I will do my best to wade through the USDA terminology to make this as easy to understand as possible. When you are inspecting strawberries you will be keeping an eye out for bruising and decay, but one of the other common defects you may encounter will be misshapen strawberries. If you are looking for guidance the USDA inspection instructions state:
“Well developed” is a requirement of the U.S. No. 1 grade for “other berries” (raspberries, dewberries, and blackberries), “not undeveloped” is the requirement for the U.S. No. 1 grade for strawberries. Berries that are misshapen or have not attained a normal shape and development due to Anthracnose injury, frost injury, lack of pollination, insect injury, or other causes shall not meet the requirements of well developed (other berries) or not undeveloped (strawberries) as required in the standards.
If you still use the USDA to perform some inspections, the inspection certificate may not report the term “misshapen” as a defect. Some USDA inspectors may refer to misshapen strawberries as being “poorly developed” or “not well developed.” As you can see from the inspection instructions above, the USDA never uses the term misshapen. But feel free to use the term “misshapen” on your own inspection reports as everyone in the industry will recognize that terminology.
Misshapen strawberries are a quality defect, meaning the misshapen will not become worse, or “more misshapen.” They do affect the marketability of the strawberries, as consumers are looking for fresh, bright strawberries, uniform in shape and size.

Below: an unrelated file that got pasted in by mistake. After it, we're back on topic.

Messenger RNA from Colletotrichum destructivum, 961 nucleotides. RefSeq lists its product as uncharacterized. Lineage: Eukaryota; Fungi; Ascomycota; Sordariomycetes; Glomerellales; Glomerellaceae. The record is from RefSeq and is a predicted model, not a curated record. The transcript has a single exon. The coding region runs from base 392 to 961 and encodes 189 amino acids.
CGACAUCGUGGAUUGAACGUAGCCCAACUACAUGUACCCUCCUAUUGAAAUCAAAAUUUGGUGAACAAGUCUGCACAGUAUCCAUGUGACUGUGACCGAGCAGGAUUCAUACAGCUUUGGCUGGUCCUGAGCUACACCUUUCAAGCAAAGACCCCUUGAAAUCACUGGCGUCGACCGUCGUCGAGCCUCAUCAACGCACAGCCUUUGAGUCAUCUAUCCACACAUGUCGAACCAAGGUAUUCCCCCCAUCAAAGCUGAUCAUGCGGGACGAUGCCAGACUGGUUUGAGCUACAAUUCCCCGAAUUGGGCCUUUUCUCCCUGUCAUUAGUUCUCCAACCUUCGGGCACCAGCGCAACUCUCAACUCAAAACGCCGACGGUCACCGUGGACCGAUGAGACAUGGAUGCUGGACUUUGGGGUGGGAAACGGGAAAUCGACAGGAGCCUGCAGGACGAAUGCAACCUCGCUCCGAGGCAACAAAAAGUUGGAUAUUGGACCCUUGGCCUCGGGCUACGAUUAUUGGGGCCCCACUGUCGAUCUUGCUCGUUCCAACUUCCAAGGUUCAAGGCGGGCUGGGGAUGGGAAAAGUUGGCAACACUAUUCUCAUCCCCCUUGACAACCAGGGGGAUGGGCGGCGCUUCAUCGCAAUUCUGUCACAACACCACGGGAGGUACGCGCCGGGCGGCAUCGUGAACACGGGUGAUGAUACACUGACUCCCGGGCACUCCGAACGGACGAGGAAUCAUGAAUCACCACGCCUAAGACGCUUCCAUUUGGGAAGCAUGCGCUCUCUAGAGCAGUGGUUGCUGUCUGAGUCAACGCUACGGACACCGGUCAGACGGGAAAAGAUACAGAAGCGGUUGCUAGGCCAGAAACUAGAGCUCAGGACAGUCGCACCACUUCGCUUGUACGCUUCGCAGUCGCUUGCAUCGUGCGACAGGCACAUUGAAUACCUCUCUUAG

As a guideline, the USDA has created this official visual aid.
The two, highlighted rows depict strawberries that are misshapen, and would be scored as defects against the U.S. No.1 Grade. Looking at the strawberries on the top row you can clearly see there is some generous leeway regarding misshapen, or poorly developed strawberries. All the strawberries in the top row would meet the requirements of the U.S. No.1 Grade.
The U.S. No. 1 Grade Standard allows for a total of 10% defects. If you dump our your clamshell and count out 2o strawberries…..you would be allowed 2 strawberries with defects. For example, if you counted out 20 strawberries in your sample and you found
2 strawberries with bruising, and 2 strawberries being misshapen, you would have a total of 4 defective strawberries out of a 20 count sample. 4/20= 20%. Since you are only allowed a tolerance of 10% defects, your sample would be out of grade.